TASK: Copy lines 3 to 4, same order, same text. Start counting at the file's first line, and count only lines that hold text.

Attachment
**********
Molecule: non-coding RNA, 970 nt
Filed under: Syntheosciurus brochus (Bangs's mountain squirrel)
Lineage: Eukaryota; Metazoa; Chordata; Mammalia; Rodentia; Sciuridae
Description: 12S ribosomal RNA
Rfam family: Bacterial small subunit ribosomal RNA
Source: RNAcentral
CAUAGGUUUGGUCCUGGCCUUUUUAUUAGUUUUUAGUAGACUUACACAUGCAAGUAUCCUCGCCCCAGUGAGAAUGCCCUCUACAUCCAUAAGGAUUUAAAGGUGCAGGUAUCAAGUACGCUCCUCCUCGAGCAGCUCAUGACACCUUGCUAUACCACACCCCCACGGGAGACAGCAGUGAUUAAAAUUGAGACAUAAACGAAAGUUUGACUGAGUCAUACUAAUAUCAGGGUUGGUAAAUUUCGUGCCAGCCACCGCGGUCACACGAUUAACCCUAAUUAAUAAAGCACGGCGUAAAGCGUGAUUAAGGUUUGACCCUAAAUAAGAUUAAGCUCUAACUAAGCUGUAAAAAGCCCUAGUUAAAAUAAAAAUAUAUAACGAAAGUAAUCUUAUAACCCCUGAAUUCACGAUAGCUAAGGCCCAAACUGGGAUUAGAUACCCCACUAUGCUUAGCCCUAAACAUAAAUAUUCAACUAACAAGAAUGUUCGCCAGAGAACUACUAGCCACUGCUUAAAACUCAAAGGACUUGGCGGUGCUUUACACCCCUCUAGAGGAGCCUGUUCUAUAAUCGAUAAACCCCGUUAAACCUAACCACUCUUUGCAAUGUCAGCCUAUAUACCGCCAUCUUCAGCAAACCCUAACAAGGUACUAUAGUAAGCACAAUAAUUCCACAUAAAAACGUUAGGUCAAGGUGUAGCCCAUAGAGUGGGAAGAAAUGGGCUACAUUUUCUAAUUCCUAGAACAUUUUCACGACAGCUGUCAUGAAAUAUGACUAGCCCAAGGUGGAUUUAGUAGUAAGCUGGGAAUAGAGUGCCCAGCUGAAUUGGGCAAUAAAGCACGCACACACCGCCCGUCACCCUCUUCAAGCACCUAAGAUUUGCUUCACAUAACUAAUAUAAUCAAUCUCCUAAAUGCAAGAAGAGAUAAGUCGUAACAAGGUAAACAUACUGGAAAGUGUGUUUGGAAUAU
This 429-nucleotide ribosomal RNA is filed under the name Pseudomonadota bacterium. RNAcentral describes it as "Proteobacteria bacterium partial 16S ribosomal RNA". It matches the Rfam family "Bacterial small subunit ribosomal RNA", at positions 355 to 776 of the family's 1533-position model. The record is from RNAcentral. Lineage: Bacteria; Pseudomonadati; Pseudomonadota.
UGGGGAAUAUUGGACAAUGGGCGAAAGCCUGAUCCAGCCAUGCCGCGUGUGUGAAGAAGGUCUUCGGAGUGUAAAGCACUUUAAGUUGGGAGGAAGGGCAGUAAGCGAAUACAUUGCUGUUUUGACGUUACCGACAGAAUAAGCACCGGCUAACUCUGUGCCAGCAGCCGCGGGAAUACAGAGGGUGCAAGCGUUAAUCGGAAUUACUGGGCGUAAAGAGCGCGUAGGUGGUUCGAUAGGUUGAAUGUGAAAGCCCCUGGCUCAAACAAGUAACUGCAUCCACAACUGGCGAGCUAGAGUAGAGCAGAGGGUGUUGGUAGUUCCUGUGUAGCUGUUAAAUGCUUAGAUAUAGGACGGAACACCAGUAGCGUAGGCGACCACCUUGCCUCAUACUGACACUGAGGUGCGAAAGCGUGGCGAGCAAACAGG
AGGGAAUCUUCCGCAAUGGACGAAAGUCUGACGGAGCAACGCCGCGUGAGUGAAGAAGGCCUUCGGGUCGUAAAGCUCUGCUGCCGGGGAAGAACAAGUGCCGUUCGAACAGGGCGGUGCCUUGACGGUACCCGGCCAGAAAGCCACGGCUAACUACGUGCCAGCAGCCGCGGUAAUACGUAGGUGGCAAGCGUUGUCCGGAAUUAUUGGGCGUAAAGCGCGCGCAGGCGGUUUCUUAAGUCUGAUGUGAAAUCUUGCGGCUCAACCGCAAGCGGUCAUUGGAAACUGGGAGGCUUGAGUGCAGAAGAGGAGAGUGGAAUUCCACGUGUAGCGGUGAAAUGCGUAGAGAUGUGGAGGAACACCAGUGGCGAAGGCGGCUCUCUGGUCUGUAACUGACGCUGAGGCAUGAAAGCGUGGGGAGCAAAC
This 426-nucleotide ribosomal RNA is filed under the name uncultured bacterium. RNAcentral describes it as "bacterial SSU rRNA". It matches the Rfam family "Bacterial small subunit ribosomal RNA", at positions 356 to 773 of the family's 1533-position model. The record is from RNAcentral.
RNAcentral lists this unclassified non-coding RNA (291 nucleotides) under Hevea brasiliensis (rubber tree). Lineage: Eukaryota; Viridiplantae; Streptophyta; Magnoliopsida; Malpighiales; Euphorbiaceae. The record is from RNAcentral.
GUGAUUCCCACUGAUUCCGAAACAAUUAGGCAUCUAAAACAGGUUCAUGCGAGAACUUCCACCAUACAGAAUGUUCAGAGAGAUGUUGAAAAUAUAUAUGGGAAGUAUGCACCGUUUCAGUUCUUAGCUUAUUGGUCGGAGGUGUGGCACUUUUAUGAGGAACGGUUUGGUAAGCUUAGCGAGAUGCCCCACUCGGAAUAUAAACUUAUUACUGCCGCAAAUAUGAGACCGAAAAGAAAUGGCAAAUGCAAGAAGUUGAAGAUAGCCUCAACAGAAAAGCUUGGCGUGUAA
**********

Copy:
Lineage: Eukaryota; Metazoa; Chordata; Mammalia; Rodentia; Sciuridae
Description: 12S ribosomal RNA